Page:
What does Sydney have that Melbourne doesn’t? Well apart from the Bridge and the Opera House, this year Sydney hosted the first Australian instance of the Agile Tour, a series of non-profit, independently organised events held worldwide between October and December. Agile Tour originated in France in 2008 and has since spread to many countries, with the stated intention to:
“communicate massively together, all agile people, in the same period of time to help all cities to promote the ideas around the Agile, a way to manage complex project [sic]. Since 2008, this idea continues to create new stories, new cities continue to join us around the world and we want to accompany them to understand and discuss their vision of the [sic] Agile wherever there will be projects and people.”
The inaugural Agile Tour Sydney was held on 9-10 December at the University of Technology Sydney and was labelled “By practitioners, for practitioners”. Two of its main organisers were Jeremie Benazra and Karan Jain.
I decided that I should go for a trip up to Sydney to see what transpired and see if we could use some of the ideas in the future, in Melbourne. Here is a brief write up and a call to action at the foot of this article!! I would echo Rowan Bunning’s tweet:
Agile Tour Syd turned out to be the most immersive Agile conference experience I’ve had in Australia. Thanks everyone.
Around 50 participants assembled at UTS on Friday morning. For an overview of the topics that were scheduled on the first day, here is the agenda on Google Docs. In practice, some of the sessions were rearranged or omitted if there wasn’t enough demand. We started with a ball game icebreaker session and then moved into the three different streams, as we saw fit.
I participated in a couple of Rowan Bunning‘s sessions in the “Facilitation & Collaboration Stream”, as is my wont, including the one pictured above. “Are counterproductive games hindering your Agile adoption?”, outlined anti-patterns, based in part on the book “Games at Work” How to Recognize and Reduce Office Politics” by Mauricio Goldstein and Phil Read. You can get an idea of what they mean by “games” on the book’s website. Rowan also mentioned Rob Thompsett in this session.
Next up was an agile coaching session where we practiced using the GROW model and discussed differences between Pure Coaching, Mentoring and Consulting. Once again this was facilitated by Rowan.
Lachlan Heasman ran an interesting teamwork game involving two teams with a long tent pole between them. Each member could only touch the pole with the top of their index finger. They had to keep a slip of paper that represented their “job” and each team had to lower the pole to the floor withour losing their “job”. This produced some interesting results. Rowan then ran a variation on the Prisoner’s Dilemma.
One session I missed but which by all reports, turned out great, was where the group devised an agile game from scratch. The result was a game where a picture was drawn using only verbal instructions, as opposed to one drawn with a photo as a reference. It turned out so well that one of the participants was going to use it at her work immediately. In some ways this game was similar to the Requirements Planning Game that we played at the Melbourne Agile and Scrum User Group in August.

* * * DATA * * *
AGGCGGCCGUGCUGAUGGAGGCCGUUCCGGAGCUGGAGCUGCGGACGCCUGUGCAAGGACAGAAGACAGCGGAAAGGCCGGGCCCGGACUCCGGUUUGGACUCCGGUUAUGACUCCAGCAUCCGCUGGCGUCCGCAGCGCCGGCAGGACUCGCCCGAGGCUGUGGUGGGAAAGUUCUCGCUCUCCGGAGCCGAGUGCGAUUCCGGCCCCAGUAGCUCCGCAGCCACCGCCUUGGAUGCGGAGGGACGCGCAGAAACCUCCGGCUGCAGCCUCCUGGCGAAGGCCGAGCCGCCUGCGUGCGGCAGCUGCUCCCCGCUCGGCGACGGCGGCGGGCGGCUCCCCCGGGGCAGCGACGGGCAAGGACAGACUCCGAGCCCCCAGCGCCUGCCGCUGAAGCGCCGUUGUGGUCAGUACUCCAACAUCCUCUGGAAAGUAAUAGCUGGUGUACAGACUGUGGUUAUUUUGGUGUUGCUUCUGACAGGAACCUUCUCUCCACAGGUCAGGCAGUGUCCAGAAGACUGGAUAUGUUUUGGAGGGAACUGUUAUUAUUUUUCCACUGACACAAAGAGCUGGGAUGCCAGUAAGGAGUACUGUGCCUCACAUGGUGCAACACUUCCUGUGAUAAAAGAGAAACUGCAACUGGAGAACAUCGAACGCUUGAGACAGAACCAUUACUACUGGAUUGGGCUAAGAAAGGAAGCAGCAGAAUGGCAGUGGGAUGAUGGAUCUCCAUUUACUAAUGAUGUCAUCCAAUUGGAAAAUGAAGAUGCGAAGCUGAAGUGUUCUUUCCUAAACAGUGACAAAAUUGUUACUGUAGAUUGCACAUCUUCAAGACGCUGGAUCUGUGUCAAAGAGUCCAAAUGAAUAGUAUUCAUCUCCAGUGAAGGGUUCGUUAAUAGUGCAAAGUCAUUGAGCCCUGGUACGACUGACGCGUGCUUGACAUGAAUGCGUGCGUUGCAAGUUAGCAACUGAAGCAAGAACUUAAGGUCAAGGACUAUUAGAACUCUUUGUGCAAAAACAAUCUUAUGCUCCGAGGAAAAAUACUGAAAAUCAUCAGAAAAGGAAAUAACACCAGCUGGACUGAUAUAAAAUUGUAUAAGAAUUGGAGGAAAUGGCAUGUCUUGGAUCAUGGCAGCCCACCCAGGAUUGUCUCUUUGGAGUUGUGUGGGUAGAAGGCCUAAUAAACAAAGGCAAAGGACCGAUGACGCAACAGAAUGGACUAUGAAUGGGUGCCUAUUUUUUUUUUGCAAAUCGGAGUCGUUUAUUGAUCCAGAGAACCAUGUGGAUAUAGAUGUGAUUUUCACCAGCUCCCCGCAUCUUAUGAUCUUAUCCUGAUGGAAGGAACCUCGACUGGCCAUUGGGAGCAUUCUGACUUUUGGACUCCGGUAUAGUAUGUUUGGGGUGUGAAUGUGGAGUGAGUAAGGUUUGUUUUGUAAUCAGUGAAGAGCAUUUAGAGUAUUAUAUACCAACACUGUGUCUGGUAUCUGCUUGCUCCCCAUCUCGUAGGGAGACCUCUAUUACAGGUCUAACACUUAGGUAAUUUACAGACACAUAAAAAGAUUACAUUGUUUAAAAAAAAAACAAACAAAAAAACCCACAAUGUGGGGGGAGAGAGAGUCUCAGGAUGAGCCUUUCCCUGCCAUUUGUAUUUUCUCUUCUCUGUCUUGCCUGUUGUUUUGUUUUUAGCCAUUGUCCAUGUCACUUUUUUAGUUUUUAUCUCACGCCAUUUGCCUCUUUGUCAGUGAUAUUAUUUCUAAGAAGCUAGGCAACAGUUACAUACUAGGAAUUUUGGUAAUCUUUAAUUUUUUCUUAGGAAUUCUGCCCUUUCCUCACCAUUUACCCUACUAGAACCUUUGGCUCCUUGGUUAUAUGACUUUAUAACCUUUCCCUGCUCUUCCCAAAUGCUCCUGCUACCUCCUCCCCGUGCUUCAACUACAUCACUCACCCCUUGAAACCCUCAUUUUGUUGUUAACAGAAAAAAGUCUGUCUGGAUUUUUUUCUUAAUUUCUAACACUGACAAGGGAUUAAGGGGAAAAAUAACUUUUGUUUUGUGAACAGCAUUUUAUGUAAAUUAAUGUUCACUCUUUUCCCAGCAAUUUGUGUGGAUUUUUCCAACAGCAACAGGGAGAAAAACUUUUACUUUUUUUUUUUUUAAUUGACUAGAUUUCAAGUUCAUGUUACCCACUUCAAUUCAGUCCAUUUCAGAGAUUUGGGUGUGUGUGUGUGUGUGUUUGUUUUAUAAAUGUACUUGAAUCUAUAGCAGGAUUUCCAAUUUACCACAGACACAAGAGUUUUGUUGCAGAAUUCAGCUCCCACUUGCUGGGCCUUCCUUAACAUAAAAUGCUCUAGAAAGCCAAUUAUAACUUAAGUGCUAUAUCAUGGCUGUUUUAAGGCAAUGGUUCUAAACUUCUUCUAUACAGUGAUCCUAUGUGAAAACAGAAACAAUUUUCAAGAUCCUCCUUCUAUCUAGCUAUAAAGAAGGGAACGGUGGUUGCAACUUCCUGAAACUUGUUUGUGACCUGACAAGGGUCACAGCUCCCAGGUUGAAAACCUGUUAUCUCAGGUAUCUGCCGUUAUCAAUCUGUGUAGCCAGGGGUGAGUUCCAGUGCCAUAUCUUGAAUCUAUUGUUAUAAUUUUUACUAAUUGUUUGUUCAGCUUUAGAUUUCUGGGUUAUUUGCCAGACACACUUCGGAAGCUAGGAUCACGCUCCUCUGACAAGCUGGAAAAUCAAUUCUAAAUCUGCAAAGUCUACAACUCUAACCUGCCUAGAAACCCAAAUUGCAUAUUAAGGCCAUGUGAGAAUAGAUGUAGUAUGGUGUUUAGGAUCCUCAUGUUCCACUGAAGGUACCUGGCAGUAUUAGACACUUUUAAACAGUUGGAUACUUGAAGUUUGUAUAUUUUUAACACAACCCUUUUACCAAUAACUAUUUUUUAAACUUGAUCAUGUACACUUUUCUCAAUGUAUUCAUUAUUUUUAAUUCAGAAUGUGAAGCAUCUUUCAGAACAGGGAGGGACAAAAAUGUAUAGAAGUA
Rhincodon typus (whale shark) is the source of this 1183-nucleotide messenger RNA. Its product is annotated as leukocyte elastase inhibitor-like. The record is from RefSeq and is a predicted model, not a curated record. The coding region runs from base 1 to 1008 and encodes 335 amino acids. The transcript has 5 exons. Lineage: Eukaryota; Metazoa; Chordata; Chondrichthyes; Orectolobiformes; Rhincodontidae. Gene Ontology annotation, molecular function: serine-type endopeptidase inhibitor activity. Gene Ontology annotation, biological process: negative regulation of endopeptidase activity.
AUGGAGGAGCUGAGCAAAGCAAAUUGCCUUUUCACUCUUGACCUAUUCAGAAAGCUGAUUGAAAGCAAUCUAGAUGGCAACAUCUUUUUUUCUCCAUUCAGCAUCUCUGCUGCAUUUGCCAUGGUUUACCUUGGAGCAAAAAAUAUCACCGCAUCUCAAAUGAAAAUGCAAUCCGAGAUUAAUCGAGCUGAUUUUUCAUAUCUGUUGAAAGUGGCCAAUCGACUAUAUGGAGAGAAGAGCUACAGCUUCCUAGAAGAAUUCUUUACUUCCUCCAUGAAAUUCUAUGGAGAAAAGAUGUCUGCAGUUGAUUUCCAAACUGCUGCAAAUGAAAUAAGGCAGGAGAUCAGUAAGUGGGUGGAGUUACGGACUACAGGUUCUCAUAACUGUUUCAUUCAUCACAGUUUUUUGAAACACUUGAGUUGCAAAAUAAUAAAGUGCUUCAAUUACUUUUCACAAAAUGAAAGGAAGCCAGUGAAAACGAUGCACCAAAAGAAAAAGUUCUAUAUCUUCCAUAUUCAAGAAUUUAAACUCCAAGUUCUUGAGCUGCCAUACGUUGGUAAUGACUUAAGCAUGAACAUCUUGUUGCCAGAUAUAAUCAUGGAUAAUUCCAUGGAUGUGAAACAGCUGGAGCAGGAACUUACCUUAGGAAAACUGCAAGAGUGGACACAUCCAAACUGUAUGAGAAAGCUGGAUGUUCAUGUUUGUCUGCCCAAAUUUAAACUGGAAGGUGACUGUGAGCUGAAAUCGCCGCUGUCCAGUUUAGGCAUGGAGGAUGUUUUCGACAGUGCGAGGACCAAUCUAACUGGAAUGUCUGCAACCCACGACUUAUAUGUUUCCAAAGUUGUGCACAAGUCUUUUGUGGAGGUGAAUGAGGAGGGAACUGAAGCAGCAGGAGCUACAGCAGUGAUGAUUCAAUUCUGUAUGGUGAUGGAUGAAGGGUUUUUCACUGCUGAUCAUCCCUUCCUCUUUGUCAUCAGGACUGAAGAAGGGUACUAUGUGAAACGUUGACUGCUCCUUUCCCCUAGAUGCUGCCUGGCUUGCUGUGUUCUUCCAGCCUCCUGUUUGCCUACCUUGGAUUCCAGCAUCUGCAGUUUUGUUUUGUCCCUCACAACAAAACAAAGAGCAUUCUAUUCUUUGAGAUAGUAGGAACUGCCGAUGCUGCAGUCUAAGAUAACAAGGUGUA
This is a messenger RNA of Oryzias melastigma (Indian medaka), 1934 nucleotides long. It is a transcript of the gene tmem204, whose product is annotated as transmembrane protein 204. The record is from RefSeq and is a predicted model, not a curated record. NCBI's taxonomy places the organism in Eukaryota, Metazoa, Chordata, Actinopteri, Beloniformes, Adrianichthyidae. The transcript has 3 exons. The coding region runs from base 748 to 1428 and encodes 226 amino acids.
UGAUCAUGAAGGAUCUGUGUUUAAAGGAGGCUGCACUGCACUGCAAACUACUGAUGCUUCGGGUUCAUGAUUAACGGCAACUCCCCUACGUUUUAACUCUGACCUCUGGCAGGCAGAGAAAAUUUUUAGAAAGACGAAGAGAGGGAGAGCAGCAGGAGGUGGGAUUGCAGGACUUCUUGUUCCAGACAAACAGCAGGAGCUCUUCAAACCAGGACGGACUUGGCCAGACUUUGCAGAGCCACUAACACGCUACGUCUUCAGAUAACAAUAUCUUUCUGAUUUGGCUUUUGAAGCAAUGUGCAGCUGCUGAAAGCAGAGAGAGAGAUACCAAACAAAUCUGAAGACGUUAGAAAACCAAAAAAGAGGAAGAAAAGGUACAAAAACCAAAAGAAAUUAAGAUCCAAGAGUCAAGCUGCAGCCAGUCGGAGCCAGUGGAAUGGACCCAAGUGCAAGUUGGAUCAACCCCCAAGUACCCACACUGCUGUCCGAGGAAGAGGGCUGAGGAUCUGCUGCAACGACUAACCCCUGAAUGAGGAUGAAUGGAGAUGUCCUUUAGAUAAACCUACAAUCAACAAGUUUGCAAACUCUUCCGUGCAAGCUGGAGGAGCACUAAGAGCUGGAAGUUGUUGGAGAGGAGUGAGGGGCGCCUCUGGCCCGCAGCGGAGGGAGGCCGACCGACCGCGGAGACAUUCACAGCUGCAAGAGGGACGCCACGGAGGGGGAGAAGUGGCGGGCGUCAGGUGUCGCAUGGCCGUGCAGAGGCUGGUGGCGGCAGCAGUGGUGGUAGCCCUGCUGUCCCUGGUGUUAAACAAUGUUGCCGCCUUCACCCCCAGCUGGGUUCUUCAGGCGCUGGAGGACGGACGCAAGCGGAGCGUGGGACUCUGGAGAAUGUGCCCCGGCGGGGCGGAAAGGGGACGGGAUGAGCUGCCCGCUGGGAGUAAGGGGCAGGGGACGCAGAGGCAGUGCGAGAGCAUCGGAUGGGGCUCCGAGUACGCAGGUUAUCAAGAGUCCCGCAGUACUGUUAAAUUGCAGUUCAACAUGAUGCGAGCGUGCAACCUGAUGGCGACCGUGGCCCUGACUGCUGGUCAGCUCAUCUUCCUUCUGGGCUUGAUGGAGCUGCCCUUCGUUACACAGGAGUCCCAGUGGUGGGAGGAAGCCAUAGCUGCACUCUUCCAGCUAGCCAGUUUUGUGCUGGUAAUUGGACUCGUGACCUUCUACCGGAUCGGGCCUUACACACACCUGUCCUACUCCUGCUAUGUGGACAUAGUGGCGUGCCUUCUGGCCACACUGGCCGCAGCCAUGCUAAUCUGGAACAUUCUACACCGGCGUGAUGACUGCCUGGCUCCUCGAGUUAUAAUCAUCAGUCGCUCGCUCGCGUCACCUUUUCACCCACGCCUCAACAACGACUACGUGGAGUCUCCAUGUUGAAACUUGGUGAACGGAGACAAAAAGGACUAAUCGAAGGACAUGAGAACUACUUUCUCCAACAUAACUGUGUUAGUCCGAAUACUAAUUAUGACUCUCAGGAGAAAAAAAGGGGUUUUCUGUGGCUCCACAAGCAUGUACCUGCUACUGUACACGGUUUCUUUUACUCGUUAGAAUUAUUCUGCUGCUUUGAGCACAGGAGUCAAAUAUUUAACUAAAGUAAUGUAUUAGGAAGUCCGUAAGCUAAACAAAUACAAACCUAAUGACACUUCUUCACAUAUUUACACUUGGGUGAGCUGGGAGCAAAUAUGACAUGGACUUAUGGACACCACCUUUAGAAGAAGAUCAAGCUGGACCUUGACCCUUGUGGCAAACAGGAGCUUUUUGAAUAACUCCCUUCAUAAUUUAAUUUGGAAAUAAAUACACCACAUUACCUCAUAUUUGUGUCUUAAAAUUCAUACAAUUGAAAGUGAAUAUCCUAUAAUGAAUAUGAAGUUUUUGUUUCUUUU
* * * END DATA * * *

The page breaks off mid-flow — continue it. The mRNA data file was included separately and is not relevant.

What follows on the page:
Lindy Stephens, Thoughtworks’ Professional Services Manager, gave some insights into issue surrounding fixed cost and agile. The main take away, for me was that TW are in the happy position to not have to do this very often!
Day 2 — Open Space
There were fewer people on day 2, owing to it being a Saturday, and possibly because it was organised along Open Space /unconference lines. The 20-25 people gathered for Day 2 to suggest ideas for sessions and self-organised to make them happen.
We were very lucky to have some surprise, illustrious attendees for part of day 2. Firstly, Linda Rising, co-author of the great book “Fearless Change: Patterns for Introducing New Ideas”, led a Q+A session. I would recommend reading her book if you are involved in change in an organisation. . I had actually packed it to re-read on the plane, without realising that she was coming!
She talked through some of the patterns, some other general points and Q+A. She has an engaging, storytelling style, which was great to witness.
Also in attendance were Mary and Tom Poppendieck, thought leaders in Lean software development circles. They ran an animated Q+A session around the trends in Lean. Like a couple of other people who I’ve heard answer the “What’s next in agile and lean?” question, Continuous Delivery and Lean Startup principles again emerged as ones to watch.
The rest of the day had some valuable sessions that included:
The $50 nominal fee was a bargain. Sponsorship covered costs (I assume) and everything was well organised. The catering was good; I certainly didn’t go hungry. Kudos must go to the organising team.
It was also a coup to get Linda Rising and the Poppendiecks along. Credit must go to
Rowan Bunning Jason Yip for organising that.
There was a good range of topics covered and a highly engaged and enthusiastic set of attendees. Most people had a decent amount of experience and so the conference lived up to its promise to be “By practitioners, for practitioners.” This was refreshing, because even though I like to discuss agile and lean with people new to the concepts, it was great to be able to get insights from other experienced practitioners and to herar their stories.
I think that we should look into organising an unconference style event, in the first part of 2012. Possibly a one day event of some description would be good. I certainly think there is the demand and level of expertise in the community, to be able to do so. It’s been floated at a previous Melbourne Agile and Scrum User Group meeting, but it would be good to discuss it again at the 25 January meetup. Who’s in???